Face the Wall

There are many features in the everyday world that we walk straight past without a second glance. Walls are one of those items that it is so easy to ignore. A wall is a wall – it divides, it supports, it protects. Walls are utilitarian. Not always. Sometimes they are more than that._DS79175

Take this bit of wall that I found at Kenilworth Castle. A place that is definitely worth a visit. The walls are of Cotswold stone – a mellow stone. This was the back wall of the café situated in one of the outbuildings in the castle grounds, built no doubt some long time ago. My eyes picked out this little detail. Much of the wall was laid in courses, as walls usually are, but not this small fragment. A bit of artistic licence by the Stone Mason? Maybe there was a debate: ‘what shall we do with this odd-shaped bit of stone’? Whatever the reason, it adds interest, it’s a feature. So easily missed.

About LensScaper

Hi - I'm a UK-based photographer who started out 45+ years ago as a lover of landscapes, inspired by my love of outdoor pursuits: skiing, walking and climbing. Now retired, I seldom leave home without a camera and I find images in unexpected places and from different genres. I work on the premise that Photography is Art and that creativity is dependent on the cultivation of 'A Seeing Eye'. I'm not averse to manipulating images to produce derivatives that may sometimes be far removed from the original.
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18 Responses to Face the Wall

  1. Sue says:

    Well spotted! I revisited Kenilworth a couple of years ago, after circa 40 years….great place

  2. seekraz says:

    Yes, well-spotted, indeed. I wonder if you would have noticed it if you didn’t have your camera in hand.

    • LensScaper says:

      That’s an interesting observation, Scott. Undoubtedly having a camera in hand has a direct effect on my awareness. But also what I am increasingly noticing is that my awareness is permanently heightened whether or not I am carrying a camera. ‘Seeing’ is becoming a constant state of mind

      • seekraz says:

        …and maybe you have developed this constant state of mind by having carried your camera for so long….. 🙂

        At any rate, I can appreciate that awareness…and do appreciate it, along with the attendant rewards of such awareness.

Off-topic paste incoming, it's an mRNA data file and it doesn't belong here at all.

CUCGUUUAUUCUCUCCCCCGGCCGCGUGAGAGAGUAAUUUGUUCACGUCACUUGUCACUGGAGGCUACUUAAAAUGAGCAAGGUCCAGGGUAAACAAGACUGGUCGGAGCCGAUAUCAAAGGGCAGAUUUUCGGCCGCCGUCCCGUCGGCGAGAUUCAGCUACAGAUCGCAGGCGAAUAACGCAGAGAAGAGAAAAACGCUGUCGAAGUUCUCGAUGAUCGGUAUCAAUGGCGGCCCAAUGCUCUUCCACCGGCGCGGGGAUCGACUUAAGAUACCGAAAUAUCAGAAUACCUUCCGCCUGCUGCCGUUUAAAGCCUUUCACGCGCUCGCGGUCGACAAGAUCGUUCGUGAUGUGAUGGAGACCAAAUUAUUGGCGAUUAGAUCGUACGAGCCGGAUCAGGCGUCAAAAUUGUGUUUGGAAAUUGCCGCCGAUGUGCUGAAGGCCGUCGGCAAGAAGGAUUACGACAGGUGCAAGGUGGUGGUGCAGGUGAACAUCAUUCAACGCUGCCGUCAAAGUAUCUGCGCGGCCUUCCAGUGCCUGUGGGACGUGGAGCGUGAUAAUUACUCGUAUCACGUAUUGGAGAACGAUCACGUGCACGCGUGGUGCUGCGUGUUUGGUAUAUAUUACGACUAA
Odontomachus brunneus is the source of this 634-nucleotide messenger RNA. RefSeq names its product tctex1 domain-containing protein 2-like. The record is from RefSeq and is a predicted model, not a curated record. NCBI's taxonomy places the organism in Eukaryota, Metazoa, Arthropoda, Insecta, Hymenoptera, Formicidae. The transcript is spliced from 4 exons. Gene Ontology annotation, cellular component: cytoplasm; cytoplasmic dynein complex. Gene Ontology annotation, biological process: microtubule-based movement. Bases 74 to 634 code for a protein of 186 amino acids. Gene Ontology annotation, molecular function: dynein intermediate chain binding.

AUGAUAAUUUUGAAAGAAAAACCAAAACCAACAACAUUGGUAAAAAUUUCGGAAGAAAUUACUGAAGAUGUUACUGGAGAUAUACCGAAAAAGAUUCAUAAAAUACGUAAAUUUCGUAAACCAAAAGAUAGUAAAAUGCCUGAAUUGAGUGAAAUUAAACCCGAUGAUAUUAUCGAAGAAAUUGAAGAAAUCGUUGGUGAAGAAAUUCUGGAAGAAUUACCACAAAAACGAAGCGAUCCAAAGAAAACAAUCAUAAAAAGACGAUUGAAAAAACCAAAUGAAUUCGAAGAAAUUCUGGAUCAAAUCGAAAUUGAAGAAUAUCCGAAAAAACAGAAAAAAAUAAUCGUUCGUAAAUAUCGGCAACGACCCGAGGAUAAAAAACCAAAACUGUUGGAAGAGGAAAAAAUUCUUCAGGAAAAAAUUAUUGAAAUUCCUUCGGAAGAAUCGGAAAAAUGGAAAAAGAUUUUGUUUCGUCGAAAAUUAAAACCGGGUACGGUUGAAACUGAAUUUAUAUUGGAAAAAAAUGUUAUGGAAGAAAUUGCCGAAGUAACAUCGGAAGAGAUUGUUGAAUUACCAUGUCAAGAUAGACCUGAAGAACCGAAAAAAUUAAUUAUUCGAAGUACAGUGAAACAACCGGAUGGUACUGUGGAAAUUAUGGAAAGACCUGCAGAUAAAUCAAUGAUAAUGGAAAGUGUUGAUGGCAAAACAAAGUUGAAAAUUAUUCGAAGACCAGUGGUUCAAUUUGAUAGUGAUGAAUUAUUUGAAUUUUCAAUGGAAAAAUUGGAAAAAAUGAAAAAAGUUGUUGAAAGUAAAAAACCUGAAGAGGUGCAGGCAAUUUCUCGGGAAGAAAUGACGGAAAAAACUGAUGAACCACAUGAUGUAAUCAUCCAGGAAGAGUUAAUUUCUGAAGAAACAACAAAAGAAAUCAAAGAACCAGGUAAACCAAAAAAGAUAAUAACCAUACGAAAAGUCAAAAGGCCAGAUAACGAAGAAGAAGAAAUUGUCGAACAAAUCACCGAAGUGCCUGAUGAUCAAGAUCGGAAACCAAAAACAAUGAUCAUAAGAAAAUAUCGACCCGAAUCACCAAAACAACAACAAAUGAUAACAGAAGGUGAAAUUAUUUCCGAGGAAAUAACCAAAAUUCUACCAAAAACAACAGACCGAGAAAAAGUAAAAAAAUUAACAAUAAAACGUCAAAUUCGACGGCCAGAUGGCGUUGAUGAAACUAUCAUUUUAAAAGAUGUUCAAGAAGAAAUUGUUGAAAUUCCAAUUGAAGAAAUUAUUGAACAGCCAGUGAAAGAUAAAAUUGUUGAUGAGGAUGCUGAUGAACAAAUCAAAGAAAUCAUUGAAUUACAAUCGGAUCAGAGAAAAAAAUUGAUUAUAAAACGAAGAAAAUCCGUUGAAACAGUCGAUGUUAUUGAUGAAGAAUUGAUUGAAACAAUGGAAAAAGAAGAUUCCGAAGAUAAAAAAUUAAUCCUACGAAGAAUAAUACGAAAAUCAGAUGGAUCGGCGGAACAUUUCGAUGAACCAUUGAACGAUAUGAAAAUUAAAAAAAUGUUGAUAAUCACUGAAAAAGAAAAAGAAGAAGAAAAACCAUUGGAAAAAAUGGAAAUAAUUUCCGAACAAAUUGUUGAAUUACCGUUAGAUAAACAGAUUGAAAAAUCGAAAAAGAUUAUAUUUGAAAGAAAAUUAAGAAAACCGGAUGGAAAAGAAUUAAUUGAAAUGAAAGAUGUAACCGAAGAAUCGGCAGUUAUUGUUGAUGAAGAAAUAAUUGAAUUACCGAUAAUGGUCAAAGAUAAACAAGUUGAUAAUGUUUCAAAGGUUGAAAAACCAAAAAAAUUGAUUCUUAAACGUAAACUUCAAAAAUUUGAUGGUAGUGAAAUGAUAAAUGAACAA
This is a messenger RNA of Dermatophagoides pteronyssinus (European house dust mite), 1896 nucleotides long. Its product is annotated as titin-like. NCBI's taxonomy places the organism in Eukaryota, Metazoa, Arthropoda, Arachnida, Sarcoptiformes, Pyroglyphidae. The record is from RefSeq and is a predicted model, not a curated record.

3. Great shot Andy – and well spotted. 🙂

  4. Good for you for spotting (and recording) the anomaly.

  5. Great eye to see a composition in this scene. 🙂

  6. shoreacres says:

    One of the things I loved about the Flint Hills of Kansas, and love about the Texas Hill Country is the abundance of rock buildings and fences. I have a few photos from Kansas I ought to do something with.

    All of the work in both states is interesting, particularly since most of it didn’t use mortar, but depending on close-fitting of the stones. One little tidbit I came across puts Kenilworth in a different light:

    “Roy Bedichek, in his 1947 book “Adventures with a Texas Naturalist,” estimated the stone fences on his place in Hays County weighed “not less than a ton per linear yard.” The rule of thumb passed down to the present is that it took one man one day to build three feet of fence three feet high. That three-feet-a-day pace involved not only the relatively mindless toil of finding, digging up, lifting and hauling suitable rocks but the more cerebral activity of sorting and stacking them just so.”

    It is an art, and you’ve captured it beautifully.

    • LensScaper says:

      We sometimes like to think that Dry Stone Walling is a UK phenomenon, but clearly it isn’t – the type of rock employed varies from country to country but in all cases it’s a three dimensional jigsaw of working out how each piece of stone can be used to lock the wall solidly in place. Whether there was mortar of some sort employed here, or not, is something I’m not entirely sure about but one has to admire the skill in knitting those pieces together.

  7. Chillbrook says:

    Wonderfully observed Andy! I’m not terribly good at this sort of thing.. I miss an awful lot from the intimate landscape having my eyes focused for the most part, on the big picture.

    • LensScaper says:

      Thank Adrian. It can be difficult to tune your eye to switch from the wide expanses of landscape to the small fragments. The change is more easily made if you have reason to wander round more constrained places like towns and cities where the long view doesn’t exist – but that requires a lot of leg work. Carrying a camera in hand is another way: the physical act of ‘camera in hand’ seems to send signals to the brain: ‘look for a picture’

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